An outdoor antenna is really the best device for picking up our "over the air" signal.  Once again, there shouldn't be any obstructions between your antenna and Mingus Mountain.  As previously stated, your antenna must be able to receive both VHF and UHF signals to maximize channel counts in the Prescott area.  

Make sure that the antenna is pointed correctly toward Mingus Mountain.  A strong wind could have possibly moved your antenna and pointed it in the wrong direction.  Below I have listed some information on how to tell if your antenna is pointed correctly.  

The longer elements (or metal rods) on most outdoor antennas are toward the back of the unit and the shorter elements are toward the front.  If the longer elements form a "V" shape, then the "point" of that "V" should face away from Mingus Mountain.  In essence you want to collect the TV signal instead of spearing it.  If your antenna has been on the roof for a long time, please make sure that your connections to it are solid.  It may help to loosen and retighten all connections in the cable path to improve your signal.  Changes in signal quality between day and night (from hotter to cooler temperatures) can be caused by poor connections. It is also important to have RG6 coax cable which is at least 18 gauge.  Older RG59 coax, used in many houses prior to the year 2000 has much more signal loss per foot and can cause poor reception.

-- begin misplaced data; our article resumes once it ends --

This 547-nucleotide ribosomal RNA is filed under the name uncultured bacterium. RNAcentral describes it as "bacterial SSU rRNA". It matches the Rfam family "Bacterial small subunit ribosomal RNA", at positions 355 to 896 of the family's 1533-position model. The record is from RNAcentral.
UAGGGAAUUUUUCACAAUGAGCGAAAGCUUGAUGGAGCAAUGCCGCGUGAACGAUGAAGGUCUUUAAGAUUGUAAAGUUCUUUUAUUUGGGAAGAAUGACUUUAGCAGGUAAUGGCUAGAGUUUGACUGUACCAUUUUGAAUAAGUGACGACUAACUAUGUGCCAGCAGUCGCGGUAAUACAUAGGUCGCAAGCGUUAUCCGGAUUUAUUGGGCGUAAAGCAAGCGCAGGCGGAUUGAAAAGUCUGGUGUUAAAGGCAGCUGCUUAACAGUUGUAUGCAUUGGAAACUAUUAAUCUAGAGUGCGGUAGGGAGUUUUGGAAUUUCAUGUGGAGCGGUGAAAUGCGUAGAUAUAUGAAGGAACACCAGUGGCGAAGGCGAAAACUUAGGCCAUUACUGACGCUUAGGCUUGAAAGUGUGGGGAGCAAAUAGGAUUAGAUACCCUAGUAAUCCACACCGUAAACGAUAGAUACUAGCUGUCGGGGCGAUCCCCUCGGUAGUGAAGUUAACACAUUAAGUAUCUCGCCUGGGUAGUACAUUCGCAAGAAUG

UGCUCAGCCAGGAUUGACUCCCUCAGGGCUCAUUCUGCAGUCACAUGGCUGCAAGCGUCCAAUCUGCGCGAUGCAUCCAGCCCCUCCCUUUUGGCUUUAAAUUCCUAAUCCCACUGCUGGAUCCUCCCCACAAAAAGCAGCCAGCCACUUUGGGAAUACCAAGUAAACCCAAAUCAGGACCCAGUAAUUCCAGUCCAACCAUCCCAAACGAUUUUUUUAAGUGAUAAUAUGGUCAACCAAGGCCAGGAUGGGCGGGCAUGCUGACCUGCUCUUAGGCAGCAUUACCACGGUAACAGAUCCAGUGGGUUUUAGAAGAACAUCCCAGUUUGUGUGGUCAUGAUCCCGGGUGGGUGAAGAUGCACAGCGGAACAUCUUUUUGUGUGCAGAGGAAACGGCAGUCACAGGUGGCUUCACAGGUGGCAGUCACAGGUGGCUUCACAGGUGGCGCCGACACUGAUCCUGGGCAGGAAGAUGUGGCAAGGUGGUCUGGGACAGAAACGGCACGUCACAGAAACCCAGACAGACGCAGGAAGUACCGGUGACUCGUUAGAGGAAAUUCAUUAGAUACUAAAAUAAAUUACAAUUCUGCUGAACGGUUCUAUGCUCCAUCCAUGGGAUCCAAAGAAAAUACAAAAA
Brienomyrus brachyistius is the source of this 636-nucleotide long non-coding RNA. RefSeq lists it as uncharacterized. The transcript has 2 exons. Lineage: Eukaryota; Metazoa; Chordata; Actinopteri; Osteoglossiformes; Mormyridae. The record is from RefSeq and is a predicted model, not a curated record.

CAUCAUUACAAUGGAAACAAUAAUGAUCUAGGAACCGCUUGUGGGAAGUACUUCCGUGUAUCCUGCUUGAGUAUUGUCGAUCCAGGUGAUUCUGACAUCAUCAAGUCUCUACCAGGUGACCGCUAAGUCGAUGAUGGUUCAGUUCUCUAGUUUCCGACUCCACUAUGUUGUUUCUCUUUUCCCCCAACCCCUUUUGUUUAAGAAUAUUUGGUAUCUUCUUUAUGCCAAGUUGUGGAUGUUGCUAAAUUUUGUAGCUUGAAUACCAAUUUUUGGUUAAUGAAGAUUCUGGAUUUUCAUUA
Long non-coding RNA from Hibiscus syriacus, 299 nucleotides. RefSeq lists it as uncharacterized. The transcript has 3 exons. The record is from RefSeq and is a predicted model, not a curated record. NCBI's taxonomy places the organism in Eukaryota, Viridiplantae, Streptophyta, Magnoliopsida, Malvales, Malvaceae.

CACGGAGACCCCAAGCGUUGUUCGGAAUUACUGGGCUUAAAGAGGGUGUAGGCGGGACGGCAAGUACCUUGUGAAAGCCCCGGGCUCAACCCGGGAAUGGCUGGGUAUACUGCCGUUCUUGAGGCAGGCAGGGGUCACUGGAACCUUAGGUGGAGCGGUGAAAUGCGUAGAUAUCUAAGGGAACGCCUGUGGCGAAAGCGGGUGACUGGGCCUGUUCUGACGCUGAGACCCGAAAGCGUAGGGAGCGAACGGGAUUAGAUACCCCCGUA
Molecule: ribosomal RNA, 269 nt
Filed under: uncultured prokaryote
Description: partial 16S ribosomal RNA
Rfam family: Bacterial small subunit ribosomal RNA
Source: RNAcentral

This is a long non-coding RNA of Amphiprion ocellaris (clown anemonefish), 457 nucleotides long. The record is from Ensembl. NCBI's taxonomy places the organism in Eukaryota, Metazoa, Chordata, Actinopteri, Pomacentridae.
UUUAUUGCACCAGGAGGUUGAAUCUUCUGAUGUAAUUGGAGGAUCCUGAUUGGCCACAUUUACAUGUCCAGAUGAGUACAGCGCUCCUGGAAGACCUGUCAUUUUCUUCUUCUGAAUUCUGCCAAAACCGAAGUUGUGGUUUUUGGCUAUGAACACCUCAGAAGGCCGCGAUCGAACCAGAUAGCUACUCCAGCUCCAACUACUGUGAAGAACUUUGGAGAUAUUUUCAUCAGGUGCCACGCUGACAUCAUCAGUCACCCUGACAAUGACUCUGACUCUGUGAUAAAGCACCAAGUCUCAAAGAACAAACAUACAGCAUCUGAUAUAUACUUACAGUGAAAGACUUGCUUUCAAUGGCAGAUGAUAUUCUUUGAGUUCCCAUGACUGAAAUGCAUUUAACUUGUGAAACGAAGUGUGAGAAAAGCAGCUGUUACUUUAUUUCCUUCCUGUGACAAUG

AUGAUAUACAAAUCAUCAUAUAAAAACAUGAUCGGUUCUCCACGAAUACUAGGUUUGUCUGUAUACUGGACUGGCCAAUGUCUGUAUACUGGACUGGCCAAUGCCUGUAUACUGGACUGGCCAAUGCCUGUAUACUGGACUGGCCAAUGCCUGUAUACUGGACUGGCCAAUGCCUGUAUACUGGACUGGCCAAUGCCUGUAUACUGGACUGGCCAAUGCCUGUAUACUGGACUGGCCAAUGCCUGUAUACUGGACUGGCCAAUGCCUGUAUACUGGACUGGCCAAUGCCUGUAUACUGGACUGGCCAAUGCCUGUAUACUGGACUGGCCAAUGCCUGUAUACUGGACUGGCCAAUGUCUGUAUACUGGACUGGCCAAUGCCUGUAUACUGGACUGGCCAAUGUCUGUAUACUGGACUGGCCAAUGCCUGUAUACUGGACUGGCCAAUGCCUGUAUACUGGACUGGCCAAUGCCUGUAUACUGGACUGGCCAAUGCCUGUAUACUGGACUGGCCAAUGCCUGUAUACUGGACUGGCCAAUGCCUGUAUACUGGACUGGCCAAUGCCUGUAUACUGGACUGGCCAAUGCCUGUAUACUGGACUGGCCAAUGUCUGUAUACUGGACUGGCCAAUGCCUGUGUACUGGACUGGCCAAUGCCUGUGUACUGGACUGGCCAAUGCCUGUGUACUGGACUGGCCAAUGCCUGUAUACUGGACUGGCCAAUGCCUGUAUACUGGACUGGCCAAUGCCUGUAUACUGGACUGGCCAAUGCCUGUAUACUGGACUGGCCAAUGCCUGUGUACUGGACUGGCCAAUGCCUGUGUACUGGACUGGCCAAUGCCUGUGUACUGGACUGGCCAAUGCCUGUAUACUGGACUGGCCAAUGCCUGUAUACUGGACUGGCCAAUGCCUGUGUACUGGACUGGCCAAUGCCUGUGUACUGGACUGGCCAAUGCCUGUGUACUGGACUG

Also, we have found that the location on the roof can make a difference in signal quality.  Moving your antenna just a few feet in one direction or another can make a difference in reception.  

RF is based on science but acts like voodoo.  There are things such as signal bounces or reflections off of building surfaces that can affect your reception.  These tend to degrade the signal quality that reaches your receiver.  This would be more prevalent in an area where there are many high rise buildings.  We obviously have no control over those situations.

Please check those areas where your system may be deficient.  If you decide to do your own antenna work, always take the appropriate safety precautions or have the work done by a qualified technician.

Phoenix Antenna Reception
AZTV7 maintains a steady broadcast power level from South Mountain of 15 kW ERP 24/7/365.  Though we show up as channel 7 on your TV we broadcast our signal on UHF Channel 36.  (Please note prior to 2010 we used to broadcast on channel 27 and if you have not rescanned since then, you won’t see us until a rescan is performed).  To receive as many channels as possible your antenna must be able to receive both VHF and UHF signals and point to South Mountain.  The AZTV7 digital OTA (Over The Air) signal can provide an excellent picture that surpasses the old analog signals of years ago. However, the conditions for receiving the signal are less forgiving than in the past.   If AZTV 7 has totally disappeared from your channel line-up in a non-storm condition, the first thing you should do is rescan your TV to see if our channel comes back.  Sometimes a receiver will lose a channel because of reception problems or because the TV processor has lost the association to the channel.  Note that it is possible to pick up all stations except for one, be it channel 7 or any other channel, due to reception problems.  If there is a big storm in the area, it is possible that rain fade has interfered with the reception and it will come back once the rain stops.